Once back to the car we all exhaled and looked at each other like we just got out of an extremely dangerous situation. Before we were able to pull out, we noticed a piece of paper on the windshield. That paper: White Supremacy Literature that detailed the importance of getting more white players on the West Virginia football team. This was after a game where Pat White (who is black) replaced a virtually useless white QB and Steve Slaton (also black) single-handedly won the game in comeback fashion for the Mountaineers.
In 2007, I had a different tactic. Instead of wearing Cardinal Red, my father and I dressed in black with our Cardinal gear not visible underneath and decided to change once inside the stadium. This was purely to avoid aggression and activities I had to endure two years prior. Also I had linked up with a WVU fan online after sharing my experiences after 2005, and he vowed to show me a better time. Ron absolutely did show me a better time. We parked in a different place, we were anonymous as we walked through the crowds, and we had a good time with Ron at his tailgate.
It was hard, however, to not notice the general behavior of a huge number of WVU fans (mostly young) who are literally out of control. Beer bottles are broken as they are finished directly onto the asphalt. The groups of college girls actually walk arm in arm so as to not get boys to single them out of the line. Once with my fellow Card fans it was obvious nothing had changed from 2005 except for the fact that I was not wearing red for them to target this time. With my Cardinal red on inside the stadium, the abuse started to rain down. I was sitting on the last row of the lower level and a few items were tossed into our section from the lower concourse. But, other folks had worse times than I did. Most of the stories were a lot like the ones I had endured two years previous. But I’m going to stick with what I know for sure.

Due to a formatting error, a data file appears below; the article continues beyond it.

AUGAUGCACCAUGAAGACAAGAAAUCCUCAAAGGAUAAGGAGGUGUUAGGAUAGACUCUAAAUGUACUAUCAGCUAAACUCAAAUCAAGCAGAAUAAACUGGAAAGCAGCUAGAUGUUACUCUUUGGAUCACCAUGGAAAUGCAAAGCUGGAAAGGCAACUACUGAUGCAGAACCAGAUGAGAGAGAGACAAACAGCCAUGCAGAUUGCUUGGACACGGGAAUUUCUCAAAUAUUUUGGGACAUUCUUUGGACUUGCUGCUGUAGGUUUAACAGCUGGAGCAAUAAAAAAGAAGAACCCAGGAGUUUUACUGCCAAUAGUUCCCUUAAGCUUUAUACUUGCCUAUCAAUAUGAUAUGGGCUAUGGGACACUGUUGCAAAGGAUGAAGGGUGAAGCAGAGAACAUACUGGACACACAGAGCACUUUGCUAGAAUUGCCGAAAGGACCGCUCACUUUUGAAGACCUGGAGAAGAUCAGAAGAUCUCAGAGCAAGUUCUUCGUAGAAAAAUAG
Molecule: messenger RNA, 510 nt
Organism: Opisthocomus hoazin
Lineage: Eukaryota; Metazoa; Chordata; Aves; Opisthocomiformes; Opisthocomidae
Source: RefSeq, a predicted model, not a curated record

The LSU Game
Prior to WVU’s game vs. LSU WVU Athletic Director Oliver Luck asked the Mountaineer fanbase to not wear vulgarities on their shirts after it was clear that there was a large number of the “West *&!$ Virginia” shirts were produced for the LSU game. See Article Photo. The shirt was replaced with a more “tasteful” variety (tasteful when you consider the original). If you can’t see the photo on your screen, let me help you. The front of the shirt in a West Virginia State shape says, “Kicking A$$ Since 1863”. The back of the shirt in a Louisiana State shape says, “Relying on FEMA Since 2005” in direct reference to the tragedy that was Hurricane Katrina. I don’t think the “buyback program” instituted for the original shirt was intended for these.
As sick as this is, I’m actually not surprised. There really is nothing out of bounds for this fanbase. Burning couches? No problem! Pushing down pregnant women after throwing a rock through the window and beating her husband into the hospital? Check! The fact that the Athletic Director has to spend one ounce of his energy to ask his fanbase to not wear vulgar T-Shirts is abhorrent. As members of humanity it should be automatically understood that is not acceptable, but in West Virginia a certain segment of the population has yet to learn even basic human dignity. I wonder if Oliver Luck needs to explain to not cause property damage, violently beat visitors, or assault pregnant women. It seems there are more problems in Wild and Wonderful West Virginia than the Mountaineers might care to admit. The LSU game was not the first T-Shirt controversy of the season, earlier this year there were Shirts printed prior to the Marshall game with “We WERE Marshall” and on the back was a picture depicting the Marshall plane crash in November of 1970.